Guitars » Parts » Fixed Bridge vs Floating Bridge: The Differences Explained

Fixed Bridge vs Floating Bridge: The Differences Explained

Fixed and floating are the two main types of guitar bridges. The bridge is crucial to how the guitar plays, sounds and its setup, so understanding the difference between the two is important.

When choosing a new guitar (especially if you’re a beginner) or looking to do an upgrade getting the right bridge is key. But if you don’t know the differences between a fixed bridge and a floating bridge you might get the wrong one.

fixed bridge vs floating bridge

So let’s take a look at what these bridges are, their advantages and disadvantages, how they compare and which is going to be a good choice for you.

Main Differences Between Fixed Bridges and Floating Bridges

The main differences between a fixed bridge and floating bridge are:

  • Fixed bridges feature a set of saddles the strings sit on. The strings pass through either a tailpiece or the body of the guitar itself and go over the saddles and up the fretboard to the nut.
  • Floating bridges have a similar design to fixed bridges but with an additional tremolo system, which allows the saddles to be moved up and down. This creates a vibrato affect and changes the pitch of the strings simply by pushing on the tremolo arm (also known as a whammy bar).
  • The simpler design of the fixed bridge makes it much easier to use, especially for beginners. Restringing and setting the intonation is a lot more straightforward on a fixed bridge than on a floating one.
  • Fixed bridges are designed to be stationary and this provides consistent string tension and tuning stability. This is ideal for players who like to do lots of bending or vibrato as the fixed bridge will keep the strings in tune.
  • Floating bridges however can lack the tuning stability of fixed bridges. But you get greater creativity with the tremolo that can expand your playing.
  • Fixed bridges can be uncomfortable whereas floating ones are usually flatter and easier to rest your hand on.

example of fixed bridge and floating bridge

Breaking it down a bit further you can look at the individual characteristics of each type of bridge:

Fixed Bridges

  • Designed to be stable and stationary. They provide consistent string tension and in turn very stable tuning.
  • A simple design which makes them easy to set up and maintain.
  • Offer limited pitch manipulation, meaning you can’t do much in the way of pitch bending or techniques such as dive bombs.
  • Popular with beginners and players who like a straightforward setup and an easy to use bridge.

Floating Bridges

  • Designed specifically to allow pitch manipulation and offer a wide range of upward and downward pitch bending.
  • Have a “floating” design that allows for dynamic vibrato effects and techniques like dive bombs.
  • Require a lot more complex setup and maintenance with the need to take into account the tremolo system and string locking mechanisms.

If you’re interested in looking at both bridges in more detail including how they work, what they’re best for and choosing which is right for you, keep reading.

What is a Fixed Bridge?

A fixed bridge, also known as a hardtail bridge, is where it is secured to the body of the guitar. Hence the name ‘fixed’. This design, along with the adjustable saddles for the strings, is simple and easy to use. It’s one of the most popular and well known bridges and used on some of the most famous guitars.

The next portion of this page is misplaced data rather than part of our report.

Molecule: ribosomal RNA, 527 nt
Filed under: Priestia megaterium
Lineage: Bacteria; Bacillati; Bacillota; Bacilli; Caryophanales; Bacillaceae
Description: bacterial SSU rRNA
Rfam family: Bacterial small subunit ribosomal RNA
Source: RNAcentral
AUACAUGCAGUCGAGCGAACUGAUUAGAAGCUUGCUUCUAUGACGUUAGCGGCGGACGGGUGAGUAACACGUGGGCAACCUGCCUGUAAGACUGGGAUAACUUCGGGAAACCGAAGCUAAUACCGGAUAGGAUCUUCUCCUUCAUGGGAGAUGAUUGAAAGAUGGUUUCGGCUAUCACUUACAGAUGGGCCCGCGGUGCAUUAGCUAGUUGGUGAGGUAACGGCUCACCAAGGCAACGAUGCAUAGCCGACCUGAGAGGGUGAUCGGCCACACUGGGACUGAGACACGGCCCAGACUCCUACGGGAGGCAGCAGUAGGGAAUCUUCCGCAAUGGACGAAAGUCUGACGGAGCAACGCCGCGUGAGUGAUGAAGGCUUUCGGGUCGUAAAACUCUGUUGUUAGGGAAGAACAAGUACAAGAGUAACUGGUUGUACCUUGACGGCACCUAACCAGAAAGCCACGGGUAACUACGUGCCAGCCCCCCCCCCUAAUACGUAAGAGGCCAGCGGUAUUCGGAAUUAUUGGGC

Types of Fixed Bridges

Fixed bridges can be broken down into a few different types:

  • Hardtail – most well known for being used on Telecaster’s and Stratocasters, hardtail bridges have the saddles combined with the bridge.
  • Tune-O-Matic – synonymous with Gibson guitars, these bridges have separate saddles and tailpieces. Noticeable for being in 2 pieces.
  • Wraparound – the strings go over the bridge and wraparound under the saddle. Not as common as the other two types.

example types of floating bridges

Components and Mechanics of a Fixed Bridge

A fixed bridge typically consists of the following components:

  • Bridge Plate: This is the main metal plate that holds the saddles and anchors the strings.
  • Saddles: Individual parts that support and position each string on the bridge.
  • String Anchoring: The strings are usually threaded through or attached to the bridge plate.
  • Intonation Adjustment: Many fixed bridges feature adjustable saddles to fine-tune the intonation of each string.

Unlike floating bridges fixed bridges do not have any movable parts. The strings are secured to the bridge and their tension remains constant.

Advantages of a Fixed Bridge

  • Tuning Stability: Fixed bridges are known for having great tuning stability. Since the bridge is connected to the guitar body there is very little movement and this means less string slippage and less need to retune.
  • Simple Setup: With no moving parts fixed bridges are relatively easy to set up and maintain. Changing strings and making basic adjustments such as the intonation are straightforward and can be done without any real technical knowledge or the need for special tools. This makes them ideal for beginners.
  • Direct String Transfer: As a fixed bridge is stationary and connected to the guitar it means there is a direct transfer of the string vibrations to the guitar body which enhances the sustain.

Disadvantages of a Fixed Bridge

  • Limited Pitch Manipulation: The main limitation of a fixed bridge is you don’t get the pitch manipulation a floating bridge offers. This is a problem for some types of music that need certain techniques that only a floating bridge offers.